Oooh, the ride to Hyder I still remember to this day because on the little dogleg in, you ride closer to a glacier than anywhere on the route. I remember a sign saying instead of "Caution, Falling Rock!" something like "Caution, Falling Glacier!" and we all rode like hell by it as fast as possible. The other thing Hyder NOW has is a famous "grizzly bear viewing area" that my snowbird clients show me pictures of. You can stand on a bridge & literally watch grizz fishing.
We stayed in a hostel in Banff and camped at Lake Louise along the way to Jasper, where elk walked around town. It was the most wildlife rich stretch of the trip other than the park service bus tour thru Denali.
Half of us alleviated the drudgery of weeks of wilderness by detouring along the (paved!) Alaska Highway to Whitehorse - we were not about to miss the capital of the Yukon! Added plus: bartering veterinary work for bike repair
Great idea to think about setting aside time to rent a car in Fairbanks and DRIVE to Inuvik. My only regret of the trip was nobody even realized the Arctic Circle was a possible til we came to the turnoff & met people going that way. Miles and miles of opportunity to find a polar bear shaped Yukon license plate.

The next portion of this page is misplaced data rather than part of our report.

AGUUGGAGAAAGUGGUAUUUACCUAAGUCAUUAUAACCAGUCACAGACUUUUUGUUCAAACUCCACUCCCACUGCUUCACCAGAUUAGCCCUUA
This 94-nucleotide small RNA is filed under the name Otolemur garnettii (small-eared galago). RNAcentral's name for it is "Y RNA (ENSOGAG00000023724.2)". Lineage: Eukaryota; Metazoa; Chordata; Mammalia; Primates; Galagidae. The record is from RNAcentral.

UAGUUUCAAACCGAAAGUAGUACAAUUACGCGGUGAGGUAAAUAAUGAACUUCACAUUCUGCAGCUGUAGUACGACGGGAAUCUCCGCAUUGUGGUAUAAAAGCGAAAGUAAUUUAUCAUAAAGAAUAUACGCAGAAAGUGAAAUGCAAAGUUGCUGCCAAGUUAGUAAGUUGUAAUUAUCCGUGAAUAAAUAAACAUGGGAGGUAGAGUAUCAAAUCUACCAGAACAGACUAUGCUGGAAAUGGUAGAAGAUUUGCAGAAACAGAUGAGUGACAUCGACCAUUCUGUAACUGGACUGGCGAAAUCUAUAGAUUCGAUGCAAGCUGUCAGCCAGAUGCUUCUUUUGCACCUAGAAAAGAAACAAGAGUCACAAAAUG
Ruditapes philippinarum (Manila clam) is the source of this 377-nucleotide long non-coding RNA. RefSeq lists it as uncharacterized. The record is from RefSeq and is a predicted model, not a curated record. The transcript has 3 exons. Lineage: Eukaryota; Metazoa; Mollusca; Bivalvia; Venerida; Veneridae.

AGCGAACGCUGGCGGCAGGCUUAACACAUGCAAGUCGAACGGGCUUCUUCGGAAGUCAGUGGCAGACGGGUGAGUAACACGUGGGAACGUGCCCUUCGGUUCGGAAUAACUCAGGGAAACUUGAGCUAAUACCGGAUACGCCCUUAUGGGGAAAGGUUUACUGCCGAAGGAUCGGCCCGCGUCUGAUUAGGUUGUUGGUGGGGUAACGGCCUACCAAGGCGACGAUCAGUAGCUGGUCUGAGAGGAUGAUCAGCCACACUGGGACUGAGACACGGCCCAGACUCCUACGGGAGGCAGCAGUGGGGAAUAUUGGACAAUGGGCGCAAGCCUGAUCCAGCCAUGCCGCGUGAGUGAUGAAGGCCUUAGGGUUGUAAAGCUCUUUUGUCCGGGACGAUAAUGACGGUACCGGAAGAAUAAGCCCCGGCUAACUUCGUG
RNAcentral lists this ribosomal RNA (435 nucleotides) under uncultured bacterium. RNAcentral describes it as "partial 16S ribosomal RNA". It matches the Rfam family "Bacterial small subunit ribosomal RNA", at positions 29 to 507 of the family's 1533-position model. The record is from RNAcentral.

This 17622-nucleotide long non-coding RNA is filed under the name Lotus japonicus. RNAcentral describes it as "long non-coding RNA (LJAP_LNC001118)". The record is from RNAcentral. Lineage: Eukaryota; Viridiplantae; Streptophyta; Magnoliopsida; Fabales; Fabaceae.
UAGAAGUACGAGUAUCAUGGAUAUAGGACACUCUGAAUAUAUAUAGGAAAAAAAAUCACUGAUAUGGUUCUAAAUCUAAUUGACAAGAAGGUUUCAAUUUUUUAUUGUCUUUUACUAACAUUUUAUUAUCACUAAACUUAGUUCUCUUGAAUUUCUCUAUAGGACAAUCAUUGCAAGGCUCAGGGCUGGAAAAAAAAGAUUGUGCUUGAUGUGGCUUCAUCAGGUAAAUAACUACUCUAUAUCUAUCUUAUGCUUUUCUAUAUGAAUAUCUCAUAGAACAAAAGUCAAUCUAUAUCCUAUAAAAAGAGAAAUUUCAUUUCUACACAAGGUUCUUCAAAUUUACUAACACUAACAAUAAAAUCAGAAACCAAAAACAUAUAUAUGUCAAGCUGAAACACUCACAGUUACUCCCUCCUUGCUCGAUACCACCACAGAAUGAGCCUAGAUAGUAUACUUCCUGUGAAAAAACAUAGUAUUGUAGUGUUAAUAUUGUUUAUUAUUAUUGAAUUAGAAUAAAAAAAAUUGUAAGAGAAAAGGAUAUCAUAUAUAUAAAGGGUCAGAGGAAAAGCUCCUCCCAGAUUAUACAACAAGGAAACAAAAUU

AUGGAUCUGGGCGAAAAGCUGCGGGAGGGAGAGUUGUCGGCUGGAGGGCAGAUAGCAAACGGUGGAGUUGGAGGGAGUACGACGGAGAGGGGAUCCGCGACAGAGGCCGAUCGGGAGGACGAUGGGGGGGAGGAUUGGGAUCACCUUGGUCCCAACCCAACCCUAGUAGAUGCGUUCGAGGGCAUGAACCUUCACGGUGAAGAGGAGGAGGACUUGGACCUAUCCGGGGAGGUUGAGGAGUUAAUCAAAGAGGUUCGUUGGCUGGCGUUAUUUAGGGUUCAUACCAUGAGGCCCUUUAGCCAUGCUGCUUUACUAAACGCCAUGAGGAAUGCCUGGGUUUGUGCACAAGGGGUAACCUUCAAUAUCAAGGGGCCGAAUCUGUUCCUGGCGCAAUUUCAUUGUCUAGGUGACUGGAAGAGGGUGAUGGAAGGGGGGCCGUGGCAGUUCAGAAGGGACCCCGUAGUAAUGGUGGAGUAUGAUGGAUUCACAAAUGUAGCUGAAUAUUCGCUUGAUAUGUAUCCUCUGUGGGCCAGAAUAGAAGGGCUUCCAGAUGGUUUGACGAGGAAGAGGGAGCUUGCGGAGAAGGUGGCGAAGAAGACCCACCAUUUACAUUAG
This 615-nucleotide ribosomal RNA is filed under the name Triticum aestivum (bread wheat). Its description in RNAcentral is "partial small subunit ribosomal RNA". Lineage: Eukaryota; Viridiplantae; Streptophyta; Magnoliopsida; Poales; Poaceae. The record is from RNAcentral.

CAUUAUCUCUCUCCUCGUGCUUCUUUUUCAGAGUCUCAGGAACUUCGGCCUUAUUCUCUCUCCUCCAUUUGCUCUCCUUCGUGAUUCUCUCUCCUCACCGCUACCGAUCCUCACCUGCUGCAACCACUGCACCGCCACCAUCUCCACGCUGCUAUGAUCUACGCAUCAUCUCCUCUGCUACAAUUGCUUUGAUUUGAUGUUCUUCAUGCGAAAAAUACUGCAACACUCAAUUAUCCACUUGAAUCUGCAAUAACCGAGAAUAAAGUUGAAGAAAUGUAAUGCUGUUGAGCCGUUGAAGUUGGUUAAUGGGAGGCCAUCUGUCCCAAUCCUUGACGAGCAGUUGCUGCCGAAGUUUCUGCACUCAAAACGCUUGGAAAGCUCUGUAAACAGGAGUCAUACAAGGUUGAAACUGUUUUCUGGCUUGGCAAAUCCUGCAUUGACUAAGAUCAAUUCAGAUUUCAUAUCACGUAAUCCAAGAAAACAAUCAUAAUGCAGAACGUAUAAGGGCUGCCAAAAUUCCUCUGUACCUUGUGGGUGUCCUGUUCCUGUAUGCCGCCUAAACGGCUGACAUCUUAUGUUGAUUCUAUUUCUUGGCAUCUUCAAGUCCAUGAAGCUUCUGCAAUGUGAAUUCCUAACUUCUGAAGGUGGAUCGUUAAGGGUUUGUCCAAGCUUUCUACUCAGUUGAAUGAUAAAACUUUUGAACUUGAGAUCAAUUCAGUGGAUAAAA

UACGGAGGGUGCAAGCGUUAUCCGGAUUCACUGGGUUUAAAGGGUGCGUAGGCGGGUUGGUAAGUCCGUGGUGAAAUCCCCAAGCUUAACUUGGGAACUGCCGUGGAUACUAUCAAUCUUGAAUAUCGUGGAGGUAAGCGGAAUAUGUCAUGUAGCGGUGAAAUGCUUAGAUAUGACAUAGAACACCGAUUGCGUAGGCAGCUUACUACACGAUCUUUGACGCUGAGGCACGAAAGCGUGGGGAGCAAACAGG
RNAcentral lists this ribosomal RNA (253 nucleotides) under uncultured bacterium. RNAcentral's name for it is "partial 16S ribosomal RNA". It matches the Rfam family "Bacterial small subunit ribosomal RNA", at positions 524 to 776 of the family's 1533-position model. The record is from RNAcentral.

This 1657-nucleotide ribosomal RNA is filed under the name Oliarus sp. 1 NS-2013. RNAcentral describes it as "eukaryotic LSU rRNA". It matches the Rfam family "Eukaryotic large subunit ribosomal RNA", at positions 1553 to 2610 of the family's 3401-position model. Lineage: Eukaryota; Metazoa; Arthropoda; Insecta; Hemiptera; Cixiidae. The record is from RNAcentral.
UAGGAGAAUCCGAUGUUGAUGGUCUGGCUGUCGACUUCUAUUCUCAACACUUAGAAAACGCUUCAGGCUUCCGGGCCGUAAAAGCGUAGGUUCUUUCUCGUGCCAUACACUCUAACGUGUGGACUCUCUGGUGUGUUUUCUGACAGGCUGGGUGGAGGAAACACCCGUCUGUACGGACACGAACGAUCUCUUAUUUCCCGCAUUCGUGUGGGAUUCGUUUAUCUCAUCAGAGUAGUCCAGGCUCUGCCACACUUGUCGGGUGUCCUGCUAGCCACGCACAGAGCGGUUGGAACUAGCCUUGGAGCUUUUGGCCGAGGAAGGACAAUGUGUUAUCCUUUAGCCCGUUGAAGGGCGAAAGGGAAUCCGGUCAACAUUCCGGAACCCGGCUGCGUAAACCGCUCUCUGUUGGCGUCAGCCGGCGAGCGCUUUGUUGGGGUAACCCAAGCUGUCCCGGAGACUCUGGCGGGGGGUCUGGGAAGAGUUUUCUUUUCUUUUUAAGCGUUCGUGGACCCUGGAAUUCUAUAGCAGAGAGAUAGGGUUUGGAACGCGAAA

And yeah, after Denali, people did their own thing.
An *extra* to consider is flying from Anchorage to Juneau to catch the Alaska Marine Highway to Bellingham - you can ride from there to the Seattle airport. They let you pitch tents on deck so you don't have to pay extra for a cabin. Though not a *real* cruise, a park ranger gives talks & points out sights along the way. Takes 3 days and worth every penny of the (now) $379.
I kept my ACA North Star booklet (we didn't have an actual map) & will RV the route in a few years. At the time - pre Robin Williams - I kept thinking that "RV" would make a great horror flick